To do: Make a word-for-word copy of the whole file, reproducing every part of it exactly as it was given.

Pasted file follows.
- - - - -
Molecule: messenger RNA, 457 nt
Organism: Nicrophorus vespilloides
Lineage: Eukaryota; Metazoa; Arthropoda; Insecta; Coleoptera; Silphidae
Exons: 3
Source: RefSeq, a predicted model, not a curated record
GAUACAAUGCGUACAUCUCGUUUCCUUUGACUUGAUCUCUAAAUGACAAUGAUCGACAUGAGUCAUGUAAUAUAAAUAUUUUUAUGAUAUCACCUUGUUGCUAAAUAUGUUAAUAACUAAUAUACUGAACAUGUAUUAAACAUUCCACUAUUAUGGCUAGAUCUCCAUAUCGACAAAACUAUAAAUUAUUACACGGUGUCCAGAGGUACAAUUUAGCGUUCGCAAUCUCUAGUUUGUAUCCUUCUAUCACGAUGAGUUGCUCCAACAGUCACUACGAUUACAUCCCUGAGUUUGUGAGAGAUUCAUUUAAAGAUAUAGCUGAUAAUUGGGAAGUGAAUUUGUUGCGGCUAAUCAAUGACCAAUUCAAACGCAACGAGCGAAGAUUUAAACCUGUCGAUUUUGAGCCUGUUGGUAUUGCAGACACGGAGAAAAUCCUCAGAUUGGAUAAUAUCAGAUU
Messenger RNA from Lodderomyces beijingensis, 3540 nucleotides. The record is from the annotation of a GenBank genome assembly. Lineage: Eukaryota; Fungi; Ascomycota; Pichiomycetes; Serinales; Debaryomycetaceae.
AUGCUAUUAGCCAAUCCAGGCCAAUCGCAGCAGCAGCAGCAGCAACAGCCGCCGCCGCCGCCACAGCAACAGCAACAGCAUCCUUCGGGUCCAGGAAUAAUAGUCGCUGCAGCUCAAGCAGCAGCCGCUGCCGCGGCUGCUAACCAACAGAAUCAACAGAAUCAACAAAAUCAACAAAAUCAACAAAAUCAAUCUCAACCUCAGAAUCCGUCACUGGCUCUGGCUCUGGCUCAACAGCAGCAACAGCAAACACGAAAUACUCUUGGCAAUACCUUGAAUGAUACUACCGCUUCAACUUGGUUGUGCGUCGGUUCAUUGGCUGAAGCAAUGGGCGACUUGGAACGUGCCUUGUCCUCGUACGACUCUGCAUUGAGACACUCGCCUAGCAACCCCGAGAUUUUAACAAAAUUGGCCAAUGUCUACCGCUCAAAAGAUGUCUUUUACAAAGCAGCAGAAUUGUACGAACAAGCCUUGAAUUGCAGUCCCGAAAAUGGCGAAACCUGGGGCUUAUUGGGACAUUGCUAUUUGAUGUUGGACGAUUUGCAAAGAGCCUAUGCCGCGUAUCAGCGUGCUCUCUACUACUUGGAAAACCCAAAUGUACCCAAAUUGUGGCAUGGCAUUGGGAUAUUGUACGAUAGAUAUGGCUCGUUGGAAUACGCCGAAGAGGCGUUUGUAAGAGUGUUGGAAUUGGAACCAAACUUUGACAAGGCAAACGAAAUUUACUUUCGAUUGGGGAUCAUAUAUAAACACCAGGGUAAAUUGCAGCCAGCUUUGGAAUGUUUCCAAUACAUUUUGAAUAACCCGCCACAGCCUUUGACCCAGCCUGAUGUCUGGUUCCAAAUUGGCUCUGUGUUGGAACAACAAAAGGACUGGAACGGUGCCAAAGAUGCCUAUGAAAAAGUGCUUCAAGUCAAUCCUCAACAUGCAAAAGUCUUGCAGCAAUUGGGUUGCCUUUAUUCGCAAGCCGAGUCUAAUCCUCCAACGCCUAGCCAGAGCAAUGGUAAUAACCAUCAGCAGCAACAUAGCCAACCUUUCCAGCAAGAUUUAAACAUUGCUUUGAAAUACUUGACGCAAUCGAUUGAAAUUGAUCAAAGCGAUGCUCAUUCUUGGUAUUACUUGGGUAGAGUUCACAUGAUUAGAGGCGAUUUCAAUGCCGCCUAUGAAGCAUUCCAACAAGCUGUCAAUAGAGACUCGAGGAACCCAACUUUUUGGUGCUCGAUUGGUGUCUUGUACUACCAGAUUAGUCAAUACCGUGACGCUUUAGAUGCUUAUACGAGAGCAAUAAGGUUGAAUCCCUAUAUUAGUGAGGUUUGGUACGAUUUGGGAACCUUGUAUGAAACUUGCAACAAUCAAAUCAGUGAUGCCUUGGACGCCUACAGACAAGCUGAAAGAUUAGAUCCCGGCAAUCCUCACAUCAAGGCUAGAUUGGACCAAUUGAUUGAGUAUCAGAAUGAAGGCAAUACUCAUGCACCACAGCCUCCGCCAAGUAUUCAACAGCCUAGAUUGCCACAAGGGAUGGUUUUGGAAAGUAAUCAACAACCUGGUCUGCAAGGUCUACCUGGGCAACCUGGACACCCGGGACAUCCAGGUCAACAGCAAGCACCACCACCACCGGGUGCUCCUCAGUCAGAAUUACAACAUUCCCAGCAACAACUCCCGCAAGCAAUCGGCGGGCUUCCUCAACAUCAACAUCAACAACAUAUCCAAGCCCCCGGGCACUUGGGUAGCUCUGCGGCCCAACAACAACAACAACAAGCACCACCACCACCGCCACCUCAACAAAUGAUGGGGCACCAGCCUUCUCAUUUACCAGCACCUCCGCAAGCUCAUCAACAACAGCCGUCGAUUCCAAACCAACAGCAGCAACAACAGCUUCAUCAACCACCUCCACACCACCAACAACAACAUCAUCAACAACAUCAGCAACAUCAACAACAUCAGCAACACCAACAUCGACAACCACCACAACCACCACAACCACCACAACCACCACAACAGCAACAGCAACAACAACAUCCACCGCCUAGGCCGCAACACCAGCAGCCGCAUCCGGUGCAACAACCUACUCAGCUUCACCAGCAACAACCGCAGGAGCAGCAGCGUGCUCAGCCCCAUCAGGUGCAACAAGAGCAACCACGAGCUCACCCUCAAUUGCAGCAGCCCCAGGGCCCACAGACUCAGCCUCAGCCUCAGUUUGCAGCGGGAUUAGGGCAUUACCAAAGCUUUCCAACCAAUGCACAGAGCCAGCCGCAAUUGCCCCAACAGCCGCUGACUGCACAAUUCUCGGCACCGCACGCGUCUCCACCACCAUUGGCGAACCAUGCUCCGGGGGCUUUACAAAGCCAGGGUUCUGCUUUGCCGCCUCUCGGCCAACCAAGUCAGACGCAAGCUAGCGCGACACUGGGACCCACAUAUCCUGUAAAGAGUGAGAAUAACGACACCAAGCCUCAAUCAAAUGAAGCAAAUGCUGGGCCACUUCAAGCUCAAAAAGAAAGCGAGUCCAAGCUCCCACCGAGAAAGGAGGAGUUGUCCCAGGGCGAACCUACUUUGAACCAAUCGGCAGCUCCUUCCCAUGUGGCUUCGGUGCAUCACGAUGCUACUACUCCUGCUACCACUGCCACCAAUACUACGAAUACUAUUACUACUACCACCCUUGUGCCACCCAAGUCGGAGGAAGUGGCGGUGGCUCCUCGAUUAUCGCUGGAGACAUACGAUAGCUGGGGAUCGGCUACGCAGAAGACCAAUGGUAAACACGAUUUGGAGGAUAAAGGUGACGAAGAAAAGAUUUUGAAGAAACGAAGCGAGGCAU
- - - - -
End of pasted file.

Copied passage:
Molecule: messenger RNA, 457 nt
Organism: Nicrophorus vespilloides
Lineage: Eukaryota; Metazoa; Arthropoda; Insecta; Coleoptera; Silphidae
Exons: 3
Source: RefSeq, a predicted model, not a curated record
GAUACAAUGCGUACAUCUCGUUUCCUUUGACUUGAUCUCUAAAUGACAAUGAUCGACAUGAGUCAUGUAAUAUAAAUAUUUUUAUGAUAUCACCUUGUUGCUAAAUAUGUUAAUAACUAAUAUACUGAACAUGUAUUAAACAUUCCACUAUUAUGGCUAGAUCUCCAUAUCGACAAAACUAUAAAUUAUUACACGGUGUCCAGAGGUACAAUUUAGCGUUCGCAAUCUCUAGUUUGUAUCCUUCUAUCACGAUGAGUUGCUCCAACAGUCACUACGAUUACAUCCCUGAGUUUGUGAGAGAUUCAUUUAAAGAUAUAGCUGAUAAUUGGGAAGUGAAUUUGUUGCGGCUAAUCAAUGACCAAUUCAAACGCAACGAGCGAAGAUUUAAACCUGUCGAUUUUGAGCCUGUUGGUAUUGCAGACACGGAGAAAAUCCUCAGAUUGGAUAAUAUCAGAUU
Messenger RNA from Lodderomyces beijingensis, 3540 nucleotides. The record is from the annotation of a GenBank genome assembly. Lineage: Eukaryota; Fungi; Ascomycota; Pichiomycetes; Serinales; Debaryomycetaceae.
AUGCUAUUAGCCAAUCCAGGCCAAUCGCAGCAGCAGCAGCAGCAACAGCCGCCGCCGCCGCCACAGCAACAGCAACAGCAUCCUUCGGGUCCAGGAAUAAUAGUCGCUGCAGCUCAAGCAGCAGCCGCUGCCGCGGCUGCUAACCAACAGAAUCAACAGAAUCAACAAAAUCAACAAAAUCAACAAAAUCAAUCUCAACCUCAGAAUCCGUCACUGGCUCUGGCUCUGGCUCAACAGCAGCAACAGCAAACACGAAAUACUCUUGGCAAUACCUUGAAUGAUACUACCGCUUCAACUUGGUUGUGCGUCGGUUCAUUGGCUGAAGCAAUGGGCGACUUGGAACGUGCCUUGUCCUCGUACGACUCUGCAUUGAGACACUCGCCUAGCAACCCCGAGAUUUUAACAAAAUUGGCCAAUGUCUACCGCUCAAAAGAUGUCUUUUACAAAGCAGCAGAAUUGUACGAACAAGCCUUGAAUUGCAGUCCCGAAAAUGGCGAAACCUGGGGCUUAUUGGGACAUUGCUAUUUGAUGUUGGACGAUUUGCAAAGAGCCUAUGCCGCGUAUCAGCGUGCUCUCUACUACUUGGAAAACCCAAAUGUACCCAAAUUGUGGCAUGGCAUUGGGAUAUUGUACGAUAGAUAUGGCUCGUUGGAAUACGCCGAAGAGGCGUUUGUAAGAGUGUUGGAAUUGGAACCAAACUUUGACAAGGCAAACGAAAUUUACUUUCGAUUGGGGAUCAUAUAUAAACACCAGGGUAAAUUGCAGCCAGCUUUGGAAUGUUUCCAAUACAUUUUGAAUAACCCGCCACAGCCUUUGACCCAGCCUGAUGUCUGGUUCCAAAUUGGCUCUGUGUUGGAACAACAAAAGGACUGGAACGGUGCCAAAGAUGCCUAUGAAAAAGUGCUUCAAGUCAAUCCUCAACAUGCAAAAGUCUUGCAGCAAUUGGGUUGCCUUUAUUCGCAAGCCGAGUCUAAUCCUCCAACGCCUAGCCAGAGCAAUGGUAAUAACCAUCAGCAGCAACAUAGCCAACCUUUCCAGCAAGAUUUAAACAUUGCUUUGAAAUACUUGACGCAAUCGAUUGAAAUUGAUCAAAGCGAUGCUCAUUCUUGGUAUUACUUGGGUAGAGUUCACAUGAUUAGAGGCGAUUUCAAUGCCGCCUAUGAAGCAUUCCAACAAGCUGUCAAUAGAGACUCGAGGAACCCAACUUUUUGGUGCUCGAUUGGUGUCUUGUACUACCAGAUUAGUCAAUACCGUGACGCUUUAGAUGCUUAUACGAGAGCAAUAAGGUUGAAUCCCUAUAUUAGUGAGGUUUGGUACGAUUUGGGAACCUUGUAUGAAACUUGCAACAAUCAAAUCAGUGAUGCCUUGGACGCCUACAGACAAGCUGAAAGAUUAGAUCCCGGCAAUCCUCACAUCAAGGCUAGAUUGGACCAAUUGAUUGAGUAUCAGAAUGAAGGCAAUACUCAUGCACCACAGCCUCCGCCAAGUAUUCAACAGCCUAGAUUGCCACAAGGGAUGGUUUUGGAAAGUAAUCAACAACCUGGUCUGCAAGGUCUACCUGGGCAACCUGGACACCCGGGACAUCCAGGUCAACAGCAAGCACCACCACCACCGGGUGCUCCUCAGUCAGAAUUACAACAUUCCCAGCAACAACUCCCGCAAGCAAUCGGCGGGCUUCCUCAACAUCAACAUCAACAACAUAUCCAAGCCCCCGGGCACUUGGGUAGCUCUGCGGCCCAACAACAACAACAACAAGCACCACCACCACCGCCACCUCAACAAAUGAUGGGGCACCAGCCUUCUCAUUUACCAGCACCUCCGCAAGCUCAUCAACAACAGCCGUCGAUUCCAAACCAACAGCAGCAACAACAGCUUCAUCAACCACCUCCACACCACCAACAACAACAUCAUCAACAACAUCAGCAACAUCAACAACAUCAGCAACACCAACAUCGACAACCACCACAACCACCACAACCACCACAACCACCACAACAGCAACAGCAACAACAACAUCCACCGCCUAGGCCGCAACACCAGCAGCCGCAUCCGGUGCAACAACCUACUCAGCUUCACCAGCAACAACCGCAGGAGCAGCAGCGUGCUCAGCCCCAUCAGGUGCAACAAGAGCAACCACGAGCUCACCCUCAAUUGCAGCAGCCCCAGGGCCCACAGACUCAGCCUCAGCCUCAGUUUGCAGCGGGAUUAGGGCAUUACCAAAGCUUUCCAACCAAUGCACAGAGCCAGCCGCAAUUGCCCCAACAGCCGCUGACUGCACAAUUCUCGGCACCGCACGCGUCUCCACCACCAUUGGCGAACCAUGCUCCGGGGGCUUUACAAAGCCAGGGUUCUGCUUUGCCGCCUCUCGGCCAACCAAGUCAGACGCAAGCUAGCGCGACACUGGGACCCACAUAUCCUGUAAAGAGUGAGAAUAACGACACCAAGCCUCAAUCAAAUGAAGCAAAUGCUGGGCCACUUCAAGCUCAAAAAGAAAGCGAGUCCAAGCUCCCACCGAGAAAGGAGGAGUUGUCCCAGGGCGAACCUACUUUGAACCAAUCGGCAGCUCCUUCCCAUGUGGCUUCGGUGCAUCACGAUGCUACUACUCCUGCUACCACUGCCACCAAUACUACGAAUACUAUUACUACUACCACCCUUGUGCCACCCAAGUCGGAGGAAGUGGCGGUGGCUCCUCGAUUAUCGCUGGAGACAUACGAUAGCUGGGGAUCGGCUACGCAGAAGACCAAUGGUAAACACGAUUUGGAGGAUAAAGGUGACGAAGAAAAGAUUUUGAAGAAACGAAGCGAGGCAU